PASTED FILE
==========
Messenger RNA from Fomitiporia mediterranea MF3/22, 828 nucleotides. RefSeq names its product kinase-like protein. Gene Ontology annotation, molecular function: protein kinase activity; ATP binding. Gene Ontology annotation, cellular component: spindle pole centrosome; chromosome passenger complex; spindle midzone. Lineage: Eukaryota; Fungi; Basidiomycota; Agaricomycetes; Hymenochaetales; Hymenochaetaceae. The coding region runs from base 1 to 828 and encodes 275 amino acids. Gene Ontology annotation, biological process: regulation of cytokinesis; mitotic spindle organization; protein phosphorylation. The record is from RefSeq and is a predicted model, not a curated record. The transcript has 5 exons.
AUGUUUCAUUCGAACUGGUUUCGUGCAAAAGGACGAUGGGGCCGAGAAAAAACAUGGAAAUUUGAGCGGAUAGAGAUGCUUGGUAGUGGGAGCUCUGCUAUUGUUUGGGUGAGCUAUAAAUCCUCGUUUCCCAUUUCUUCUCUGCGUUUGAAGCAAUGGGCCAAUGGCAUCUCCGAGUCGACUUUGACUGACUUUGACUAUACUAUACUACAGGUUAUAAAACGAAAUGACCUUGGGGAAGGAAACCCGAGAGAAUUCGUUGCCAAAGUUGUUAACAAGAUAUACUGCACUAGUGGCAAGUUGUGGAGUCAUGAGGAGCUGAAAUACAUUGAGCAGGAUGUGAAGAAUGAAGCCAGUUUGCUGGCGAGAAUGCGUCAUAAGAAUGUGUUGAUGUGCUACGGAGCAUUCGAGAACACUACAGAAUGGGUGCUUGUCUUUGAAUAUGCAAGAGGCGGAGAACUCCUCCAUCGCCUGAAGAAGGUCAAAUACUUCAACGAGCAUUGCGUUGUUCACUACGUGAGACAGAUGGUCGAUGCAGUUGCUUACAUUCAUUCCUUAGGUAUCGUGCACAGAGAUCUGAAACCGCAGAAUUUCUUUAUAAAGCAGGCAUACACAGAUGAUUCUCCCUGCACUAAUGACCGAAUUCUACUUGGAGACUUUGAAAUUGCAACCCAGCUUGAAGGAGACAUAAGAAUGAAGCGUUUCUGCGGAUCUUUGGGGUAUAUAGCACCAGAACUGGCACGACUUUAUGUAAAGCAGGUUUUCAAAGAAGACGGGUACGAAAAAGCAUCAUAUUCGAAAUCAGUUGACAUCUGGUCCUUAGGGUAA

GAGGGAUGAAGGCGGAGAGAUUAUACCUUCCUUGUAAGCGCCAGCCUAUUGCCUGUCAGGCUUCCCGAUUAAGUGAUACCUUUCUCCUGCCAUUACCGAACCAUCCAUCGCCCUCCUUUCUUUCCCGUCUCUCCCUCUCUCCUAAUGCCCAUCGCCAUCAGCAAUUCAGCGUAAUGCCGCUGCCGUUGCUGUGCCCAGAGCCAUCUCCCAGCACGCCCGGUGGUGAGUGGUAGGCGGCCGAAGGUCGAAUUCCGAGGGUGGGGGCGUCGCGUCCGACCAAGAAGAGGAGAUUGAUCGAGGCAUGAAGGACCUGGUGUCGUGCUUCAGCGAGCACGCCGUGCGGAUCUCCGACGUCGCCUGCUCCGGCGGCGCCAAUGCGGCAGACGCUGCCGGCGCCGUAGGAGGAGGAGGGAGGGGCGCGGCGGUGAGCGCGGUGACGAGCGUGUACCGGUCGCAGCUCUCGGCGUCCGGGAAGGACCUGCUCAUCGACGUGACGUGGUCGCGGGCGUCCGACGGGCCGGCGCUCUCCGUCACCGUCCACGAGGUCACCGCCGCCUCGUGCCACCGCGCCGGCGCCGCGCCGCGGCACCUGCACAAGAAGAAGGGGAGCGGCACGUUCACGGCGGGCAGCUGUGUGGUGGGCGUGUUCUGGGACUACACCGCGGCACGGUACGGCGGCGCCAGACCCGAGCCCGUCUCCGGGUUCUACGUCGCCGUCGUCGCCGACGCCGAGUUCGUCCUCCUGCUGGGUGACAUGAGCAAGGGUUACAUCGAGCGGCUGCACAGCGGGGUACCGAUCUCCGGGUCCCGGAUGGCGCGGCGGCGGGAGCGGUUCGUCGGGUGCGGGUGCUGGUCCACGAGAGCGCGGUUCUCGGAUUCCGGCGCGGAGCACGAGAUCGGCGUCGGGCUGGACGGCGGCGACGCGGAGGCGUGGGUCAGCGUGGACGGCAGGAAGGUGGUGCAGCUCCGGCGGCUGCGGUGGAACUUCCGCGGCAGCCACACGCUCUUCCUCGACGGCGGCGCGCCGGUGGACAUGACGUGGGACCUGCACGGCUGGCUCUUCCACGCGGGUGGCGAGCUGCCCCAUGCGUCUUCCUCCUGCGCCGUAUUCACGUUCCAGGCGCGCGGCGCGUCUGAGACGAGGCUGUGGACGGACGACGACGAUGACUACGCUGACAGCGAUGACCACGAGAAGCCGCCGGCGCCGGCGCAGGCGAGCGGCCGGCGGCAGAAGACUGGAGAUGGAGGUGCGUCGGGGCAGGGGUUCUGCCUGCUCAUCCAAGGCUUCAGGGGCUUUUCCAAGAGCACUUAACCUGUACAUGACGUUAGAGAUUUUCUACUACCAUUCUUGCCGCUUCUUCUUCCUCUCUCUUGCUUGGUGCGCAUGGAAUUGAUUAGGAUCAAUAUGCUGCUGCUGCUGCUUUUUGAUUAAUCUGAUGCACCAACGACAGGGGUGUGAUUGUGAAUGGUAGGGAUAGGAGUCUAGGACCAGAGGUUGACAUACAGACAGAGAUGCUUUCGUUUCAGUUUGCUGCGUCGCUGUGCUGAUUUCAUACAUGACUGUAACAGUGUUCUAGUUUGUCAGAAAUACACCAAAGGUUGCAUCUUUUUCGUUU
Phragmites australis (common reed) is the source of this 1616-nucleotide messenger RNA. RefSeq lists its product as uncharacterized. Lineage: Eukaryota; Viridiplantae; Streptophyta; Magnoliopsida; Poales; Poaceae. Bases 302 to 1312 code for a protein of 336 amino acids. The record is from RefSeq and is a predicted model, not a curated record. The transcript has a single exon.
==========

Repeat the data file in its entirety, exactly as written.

Messenger RNA from Fomitiporia mediterranea MF3/22, 828 nucleotides. RefSeq names its product kinase-like protein. Gene Ontology annotation, molecular function: protein kinase activity; ATP binding. Gene Ontology annotation, cellular component: spindle pole centrosome; chromosome passenger complex; spindle midzone. Lineage: Eukaryota; Fungi; Basidiomycota; Agaricomycetes; Hymenochaetales; Hymenochaetaceae. The coding region runs from base 1 to 828 and encodes 275 amino acids. Gene Ontology annotation, biological process: regulation of cytokinesis; mitotic spindle organization; protein phosphorylation. The record is from RefSeq and is a predicted model, not a curated record. The transcript has 5 exons.
AUGUUUCAUUCGAACUGGUUUCGUGCAAAAGGACGAUGGGGCCGAGAAAAAACAUGGAAAUUUGAGCGGAUAGAGAUGCUUGGUAGUGGGAGCUCUGCUAUUGUUUGGGUGAGCUAUAAAUCCUCGUUUCCCAUUUCUUCUCUGCGUUUGAAGCAAUGGGCCAAUGGCAUCUCCGAGUCGACUUUGACUGACUUUGACUAUACUAUACUACAGGUUAUAAAACGAAAUGACCUUGGGGAAGGAAACCCGAGAGAAUUCGUUGCCAAAGUUGUUAACAAGAUAUACUGCACUAGUGGCAAGUUGUGGAGUCAUGAGGAGCUGAAAUACAUUGAGCAGGAUGUGAAGAAUGAAGCCAGUUUGCUGGCGAGAAUGCGUCAUAAGAAUGUGUUGAUGUGCUACGGAGCAUUCGAGAACACUACAGAAUGGGUGCUUGUCUUUGAAUAUGCAAGAGGCGGAGAACUCCUCCAUCGCCUGAAGAAGGUCAAAUACUUCAACGAGCAUUGCGUUGUUCACUACGUGAGACAGAUGGUCGAUGCAGUUGCUUACAUUCAUUCCUUAGGUAUCGUGCACAGAGAUCUGAAACCGCAGAAUUUCUUUAUAAAGCAGGCAUACACAGAUGAUUCUCCCUGCACUAAUGACCGAAUUCUACUUGGAGACUUUGAAAUUGCAACCCAGCUUGAAGGAGACAUAAGAAUGAAGCGUUUCUGCGGAUCUUUGGGGUAUAUAGCACCAGAACUGGCACGACUUUAUGUAAAGCAGGUUUUCAAAGAAGACGGGUACGAAAAAGCAUCAUAUUCGAAAUCAGUUGACAUCUGGUCCUUAGGGUAA

GAGGGAUGAAGGCGGAGAGAUUAUACCUUCCUUGUAAGCGCCAGCCUAUUGCCUGUCAGGCUUCCCGAUUAAGUGAUACCUUUCUCCUGCCAUUACCGAACCAUCCAUCGCCCUCCUUUCUUUCCCGUCUCUCCCUCUCUCCUAAUGCCCAUCGCCAUCAGCAAUUCAGCGUAAUGCCGCUGCCGUUGCUGUGCCCAGAGCCAUCUCCCAGCACGCCCGGUGGUGAGUGGUAGGCGGCCGAAGGUCGAAUUCCGAGGGUGGGGGCGUCGCGUCCGACCAAGAAGAGGAGAUUGAUCGAGGCAUGAAGGACCUGGUGUCGUGCUUCAGCGAGCACGCCGUGCGGAUCUCCGACGUCGCCUGCUCCGGCGGCGCCAAUGCGGCAGACGCUGCCGGCGCCGUAGGAGGAGGAGGGAGGGGCGCGGCGGUGAGCGCGGUGACGAGCGUGUACCGGUCGCAGCUCUCGGCGUCCGGGAAGGACCUGCUCAUCGACGUGACGUGGUCGCGGGCGUCCGACGGGCCGGCGCUCUCCGUCACCGUCCACGAGGUCACCGCCGCCUCGUGCCACCGCGCCGGCGCCGCGCCGCGGCACCUGCACAAGAAGAAGGGGAGCGGCACGUUCACGGCGGGCAGCUGUGUGGUGGGCGUGUUCUGGGACUACACCGCGGCACGGUACGGCGGCGCCAGACCCGAGCCCGUCUCCGGGUUCUACGUCGCCGUCGUCGCCGACGCCGAGUUCGUCCUCCUGCUGGGUGACAUGAGCAAGGGUUACAUCGAGCGGCUGCACAGCGGGGUACCGAUCUCCGGGUCCCGGAUGGCGCGGCGGCGGGAGCGGUUCGUCGGGUGCGGGUGCUGGUCCACGAGAGCGCGGUUCUCGGAUUCCGGCGCGGAGCACGAGAUCGGCGUCGGGCUGGACGGCGGCGACGCGGAGGCGUGGGUCAGCGUGGACGGCAGGAAGGUGGUGCAGCUCCGGCGGCUGCGGUGGAACUUCCGCGGCAGCCACACGCUCUUCCUCGACGGCGGCGCGCCGGUGGACAUGACGUGGGACCUGCACGGCUGGCUCUUCCACGCGGGUGGCGAGCUGCCCCAUGCGUCUUCCUCCUGCGCCGUAUUCACGUUCCAGGCGCGCGGCGCGUCUGAGACGAGGCUGUGGACGGACGACGACGAUGACUACGCUGACAGCGAUGACCACGAGAAGCCGCCGGCGCCGGCGCAGGCGAGCGGCCGGCGGCAGAAGACUGGAGAUGGAGGUGCGUCGGGGCAGGGGUUCUGCCUGCUCAUCCAAGGCUUCAGGGGCUUUUCCAAGAGCACUUAACCUGUACAUGACGUUAGAGAUUUUCUACUACCAUUCUUGCCGCUUCUUCUUCCUCUCUCUUGCUUGGUGCGCAUGGAAUUGAUUAGGAUCAAUAUGCUGCUGCUGCUGCUUUUUGAUUAAUCUGAUGCACCAACGACAGGGGUGUGAUUGUGAAUGGUAGGGAUAGGAGUCUAGGACCAGAGGUUGACAUACAGACAGAGAUGCUUUCGUUUCAGUUUGCUGCGUCGCUGUGCUGAUUUCAUACAUGACUGUAACAGUGUUCUAGUUUGUCAGAAAUACACCAAAGGUUGCAUCUUUUUCGUUU
Phragmites australis (common reed) is the source of this 1616-nucleotide messenger RNA. RefSeq lists its product as uncharacterized. Lineage: Eukaryota; Viridiplantae; Streptophyta; Magnoliopsida; Poales; Poaceae. Bases 302 to 1312 code for a protein of 336 amino acids. The record is from RefSeq and is a predicted model, not a curated record. The transcript has a single exon.